Economics

What are the advantages and disadvantages of both a fixed exchange rate regime and a flexible exchange rate regime?

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2008-09-08 20:09:13

There are two ways the price of a currency can be determined

against another. A fixed, or pegged, rate is a rate the government

(central bank) sets and maintains as the official exchange rate. A

set price will be determined against a major world currency

(usually the U.S. dollar, but also other major currencies such as

the euro, the yen, or a basket of currencies). In order to maintain

the local exchange rate, the central bank buys and sells its own

currency on the foreign exchange market in return for the currency

to which it is pegged.

If, for example, it is determined that the value of a single

unit of local currency is equal to USD 3.00, the central bank will

have to ensure that it can supply the market with those dollars. In

order to maintain the rate, the central bank must keep a high level

of foreign reserves. This is a reserved amount of foreign currency

held by the central bank which it can use to release (or absorb)

extra funds into (or out of) the market. This ensures an

appropriate money supply, appropriate fluctuations in the market

(inflation/deflation), and ultimately, the exchange rate. The

central bank can also adjust the official exchange rate when

necessary.

Floating

Unlike the fixed rate, a floating exchange rate is determined by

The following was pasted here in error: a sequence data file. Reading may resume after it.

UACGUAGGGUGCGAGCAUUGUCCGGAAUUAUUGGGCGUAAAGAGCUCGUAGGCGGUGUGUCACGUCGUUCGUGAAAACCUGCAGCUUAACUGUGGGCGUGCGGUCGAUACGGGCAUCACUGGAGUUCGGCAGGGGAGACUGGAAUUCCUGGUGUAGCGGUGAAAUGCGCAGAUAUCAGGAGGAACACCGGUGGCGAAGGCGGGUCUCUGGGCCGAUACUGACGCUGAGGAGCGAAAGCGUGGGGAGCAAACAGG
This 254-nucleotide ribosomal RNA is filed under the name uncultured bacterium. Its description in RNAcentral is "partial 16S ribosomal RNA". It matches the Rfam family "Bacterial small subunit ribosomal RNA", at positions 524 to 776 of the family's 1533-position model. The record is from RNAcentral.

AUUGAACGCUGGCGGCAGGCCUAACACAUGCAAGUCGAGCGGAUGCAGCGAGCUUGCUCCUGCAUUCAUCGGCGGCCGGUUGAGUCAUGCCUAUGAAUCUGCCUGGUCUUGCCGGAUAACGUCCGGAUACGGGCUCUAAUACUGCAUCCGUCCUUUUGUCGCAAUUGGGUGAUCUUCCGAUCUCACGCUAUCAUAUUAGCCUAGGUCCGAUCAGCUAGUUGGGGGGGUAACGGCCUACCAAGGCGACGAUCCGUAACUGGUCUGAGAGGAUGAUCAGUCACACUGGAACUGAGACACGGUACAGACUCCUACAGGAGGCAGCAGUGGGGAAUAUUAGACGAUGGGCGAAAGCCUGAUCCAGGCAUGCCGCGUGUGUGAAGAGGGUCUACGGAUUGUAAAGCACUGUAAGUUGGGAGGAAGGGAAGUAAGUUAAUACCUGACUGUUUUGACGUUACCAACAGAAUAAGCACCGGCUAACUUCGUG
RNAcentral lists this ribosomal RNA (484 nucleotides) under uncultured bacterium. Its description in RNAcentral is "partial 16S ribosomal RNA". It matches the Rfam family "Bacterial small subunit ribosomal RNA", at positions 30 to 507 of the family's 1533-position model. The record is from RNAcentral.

the private market through supply and demand. A floating rate is

often termed "self-correcting", as any differences in supply and

demand will automatically be corrected in the market. Take a look

at this simplified model: if demand for a currency is low, its

value will decrease, thus making imported goods more expensive and

thus stimulating demand for local goods and services. This in turn

will generate more jobs, and hence an auto-correction would occur

in the market. A floating exchange rate is constantly changing.

In reality, no currency is wholly fixed or floating. In a fixed

regime, market pressures can also influence changes in the exchange

rate. Sometimes, when a local currency does reflect its true value

against its pegged currency, a "black market" which is more

reflective of actual supply and demand may develop. A central bank

will often then be forced to revalue or devalue the official rate

so that the rate is in line with the unofficial one, thereby

halting the activity of the black market.

In a floating regime, the central bank may also intervene when

it is necessary to ensure stability and to avoid inflation;

however, it is less often that the central bank of a floating

regime will interfere.

Fixed vs. Flexible

Fixed advantages A fixed

exchange rate should reduce uncertainties for all economic agents

in the country. As businesses have the perfect knowledge that the

price is fixed and therefore not going to change they can plan

ahead in their productions. Inflation may have a harmful effect on

the demand for exports and imports. To ensure that inflation is

kept as low as possible the government is forced to take

measurements, to keep businesses competitive in foreign markets. In

theory a fixed exchange rate should also reduce speculations in

foreign exchange markets. In reality this is not always the case as